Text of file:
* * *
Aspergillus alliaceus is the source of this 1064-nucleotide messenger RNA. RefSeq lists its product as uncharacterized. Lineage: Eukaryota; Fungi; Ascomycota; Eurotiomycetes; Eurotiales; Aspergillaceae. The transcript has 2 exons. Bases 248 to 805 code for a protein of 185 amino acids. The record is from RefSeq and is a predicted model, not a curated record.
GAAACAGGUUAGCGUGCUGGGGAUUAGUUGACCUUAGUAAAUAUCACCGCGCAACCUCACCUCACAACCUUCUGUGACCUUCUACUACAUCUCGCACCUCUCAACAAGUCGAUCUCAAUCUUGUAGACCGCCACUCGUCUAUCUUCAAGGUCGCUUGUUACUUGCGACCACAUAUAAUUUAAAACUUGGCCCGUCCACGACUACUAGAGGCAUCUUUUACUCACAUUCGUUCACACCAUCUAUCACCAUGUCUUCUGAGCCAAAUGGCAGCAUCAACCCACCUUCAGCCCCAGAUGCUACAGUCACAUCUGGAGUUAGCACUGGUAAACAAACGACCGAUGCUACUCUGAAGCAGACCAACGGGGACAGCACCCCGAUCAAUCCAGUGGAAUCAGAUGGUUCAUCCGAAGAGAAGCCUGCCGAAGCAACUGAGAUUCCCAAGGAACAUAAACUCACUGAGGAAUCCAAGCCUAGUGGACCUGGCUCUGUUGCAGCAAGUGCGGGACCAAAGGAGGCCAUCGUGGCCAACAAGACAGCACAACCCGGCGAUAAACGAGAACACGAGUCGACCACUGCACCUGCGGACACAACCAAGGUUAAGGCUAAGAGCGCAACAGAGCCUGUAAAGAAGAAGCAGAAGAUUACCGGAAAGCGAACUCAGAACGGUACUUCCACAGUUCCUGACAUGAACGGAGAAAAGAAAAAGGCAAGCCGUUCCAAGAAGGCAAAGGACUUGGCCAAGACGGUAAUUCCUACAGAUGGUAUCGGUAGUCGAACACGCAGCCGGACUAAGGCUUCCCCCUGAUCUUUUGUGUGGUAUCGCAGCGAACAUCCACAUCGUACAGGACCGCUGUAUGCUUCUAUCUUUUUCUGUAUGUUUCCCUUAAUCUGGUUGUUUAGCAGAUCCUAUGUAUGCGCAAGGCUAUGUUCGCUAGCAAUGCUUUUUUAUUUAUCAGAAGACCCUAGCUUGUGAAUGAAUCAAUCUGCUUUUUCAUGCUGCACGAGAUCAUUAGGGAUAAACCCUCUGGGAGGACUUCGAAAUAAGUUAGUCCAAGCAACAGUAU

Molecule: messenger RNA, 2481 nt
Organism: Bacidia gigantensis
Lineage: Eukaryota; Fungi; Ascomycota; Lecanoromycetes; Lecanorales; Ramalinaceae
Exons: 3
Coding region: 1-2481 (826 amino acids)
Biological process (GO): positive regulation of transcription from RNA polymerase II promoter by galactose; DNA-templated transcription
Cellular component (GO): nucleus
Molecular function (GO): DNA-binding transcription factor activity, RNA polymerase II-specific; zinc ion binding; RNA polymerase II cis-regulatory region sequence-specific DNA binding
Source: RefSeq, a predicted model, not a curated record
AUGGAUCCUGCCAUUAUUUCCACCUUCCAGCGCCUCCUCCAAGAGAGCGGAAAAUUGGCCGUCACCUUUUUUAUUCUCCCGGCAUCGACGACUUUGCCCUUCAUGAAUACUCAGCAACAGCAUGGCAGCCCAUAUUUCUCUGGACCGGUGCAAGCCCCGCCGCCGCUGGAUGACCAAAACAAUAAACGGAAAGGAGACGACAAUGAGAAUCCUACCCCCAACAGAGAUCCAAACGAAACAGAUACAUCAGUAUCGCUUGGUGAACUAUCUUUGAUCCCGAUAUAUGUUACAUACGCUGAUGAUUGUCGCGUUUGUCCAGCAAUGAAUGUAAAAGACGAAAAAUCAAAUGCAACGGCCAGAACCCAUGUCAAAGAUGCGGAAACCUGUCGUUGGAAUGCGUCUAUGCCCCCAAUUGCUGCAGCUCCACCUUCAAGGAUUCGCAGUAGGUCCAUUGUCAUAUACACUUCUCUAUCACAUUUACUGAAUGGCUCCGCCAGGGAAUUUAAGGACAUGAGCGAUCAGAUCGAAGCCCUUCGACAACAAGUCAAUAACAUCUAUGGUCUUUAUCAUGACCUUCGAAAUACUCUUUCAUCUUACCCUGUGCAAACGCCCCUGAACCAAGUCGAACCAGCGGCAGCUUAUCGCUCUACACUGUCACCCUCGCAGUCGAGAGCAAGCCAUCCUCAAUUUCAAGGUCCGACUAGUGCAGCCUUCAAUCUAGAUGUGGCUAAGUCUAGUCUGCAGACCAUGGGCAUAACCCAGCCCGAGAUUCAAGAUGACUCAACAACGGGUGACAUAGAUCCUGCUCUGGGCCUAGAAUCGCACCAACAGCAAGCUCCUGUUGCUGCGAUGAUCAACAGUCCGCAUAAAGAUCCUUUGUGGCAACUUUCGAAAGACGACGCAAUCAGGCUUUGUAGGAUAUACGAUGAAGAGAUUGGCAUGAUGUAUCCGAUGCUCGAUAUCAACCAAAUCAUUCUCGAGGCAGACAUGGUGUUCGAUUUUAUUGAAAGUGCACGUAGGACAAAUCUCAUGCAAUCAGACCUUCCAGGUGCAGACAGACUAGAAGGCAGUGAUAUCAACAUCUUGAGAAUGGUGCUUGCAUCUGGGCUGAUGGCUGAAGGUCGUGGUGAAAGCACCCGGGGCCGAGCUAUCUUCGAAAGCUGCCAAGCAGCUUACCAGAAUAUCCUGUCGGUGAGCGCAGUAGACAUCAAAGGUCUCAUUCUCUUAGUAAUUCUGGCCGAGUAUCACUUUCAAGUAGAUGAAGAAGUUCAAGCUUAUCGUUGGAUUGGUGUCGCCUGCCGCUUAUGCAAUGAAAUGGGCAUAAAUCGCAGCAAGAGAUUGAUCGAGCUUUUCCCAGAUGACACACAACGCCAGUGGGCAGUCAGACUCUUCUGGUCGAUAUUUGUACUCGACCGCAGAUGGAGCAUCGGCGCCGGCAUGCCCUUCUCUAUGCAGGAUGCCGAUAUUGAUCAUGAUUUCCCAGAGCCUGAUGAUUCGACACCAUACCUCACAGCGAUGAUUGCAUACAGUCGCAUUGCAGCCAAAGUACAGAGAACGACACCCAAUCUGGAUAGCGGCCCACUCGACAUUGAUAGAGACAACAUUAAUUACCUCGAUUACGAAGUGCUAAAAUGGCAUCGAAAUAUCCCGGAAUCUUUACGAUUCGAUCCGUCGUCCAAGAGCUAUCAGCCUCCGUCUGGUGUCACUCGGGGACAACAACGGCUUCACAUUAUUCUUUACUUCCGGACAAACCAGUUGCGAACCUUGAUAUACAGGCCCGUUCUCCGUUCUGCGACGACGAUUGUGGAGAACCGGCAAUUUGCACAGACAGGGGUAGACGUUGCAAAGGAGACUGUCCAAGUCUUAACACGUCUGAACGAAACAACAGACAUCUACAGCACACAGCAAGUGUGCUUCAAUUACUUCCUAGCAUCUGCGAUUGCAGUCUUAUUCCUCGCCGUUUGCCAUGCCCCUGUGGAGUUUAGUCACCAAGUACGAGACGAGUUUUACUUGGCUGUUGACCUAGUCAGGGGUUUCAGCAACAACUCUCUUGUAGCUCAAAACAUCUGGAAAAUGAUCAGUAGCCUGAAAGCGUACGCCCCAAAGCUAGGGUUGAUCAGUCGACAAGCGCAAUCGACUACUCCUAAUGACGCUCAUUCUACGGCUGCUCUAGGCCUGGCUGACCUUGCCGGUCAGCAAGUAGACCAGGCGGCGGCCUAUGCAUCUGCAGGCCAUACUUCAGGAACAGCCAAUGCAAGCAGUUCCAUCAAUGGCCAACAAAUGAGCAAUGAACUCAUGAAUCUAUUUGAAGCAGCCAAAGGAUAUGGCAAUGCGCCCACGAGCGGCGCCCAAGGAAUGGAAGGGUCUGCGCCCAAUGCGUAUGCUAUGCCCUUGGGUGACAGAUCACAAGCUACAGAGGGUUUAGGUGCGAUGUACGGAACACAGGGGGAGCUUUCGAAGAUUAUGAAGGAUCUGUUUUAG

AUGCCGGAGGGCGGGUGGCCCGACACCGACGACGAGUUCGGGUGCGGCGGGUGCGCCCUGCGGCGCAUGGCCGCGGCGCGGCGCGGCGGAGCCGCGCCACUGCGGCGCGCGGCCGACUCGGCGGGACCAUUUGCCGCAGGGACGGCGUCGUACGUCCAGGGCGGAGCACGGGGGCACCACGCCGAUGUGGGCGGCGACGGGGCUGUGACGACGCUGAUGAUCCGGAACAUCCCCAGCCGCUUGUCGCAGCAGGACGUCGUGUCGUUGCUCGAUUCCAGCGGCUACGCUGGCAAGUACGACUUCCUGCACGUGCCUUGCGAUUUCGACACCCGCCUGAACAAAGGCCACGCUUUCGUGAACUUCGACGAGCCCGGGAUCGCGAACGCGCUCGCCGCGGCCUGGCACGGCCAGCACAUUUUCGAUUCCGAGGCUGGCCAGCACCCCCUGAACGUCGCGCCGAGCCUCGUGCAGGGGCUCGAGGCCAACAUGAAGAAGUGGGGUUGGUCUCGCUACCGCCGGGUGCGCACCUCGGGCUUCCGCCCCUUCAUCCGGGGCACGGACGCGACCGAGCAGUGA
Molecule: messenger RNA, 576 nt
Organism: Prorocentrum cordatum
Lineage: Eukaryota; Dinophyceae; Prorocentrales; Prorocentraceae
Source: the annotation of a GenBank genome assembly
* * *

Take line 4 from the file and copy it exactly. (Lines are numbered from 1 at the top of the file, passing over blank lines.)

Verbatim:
Organism: Bacidia gigantensis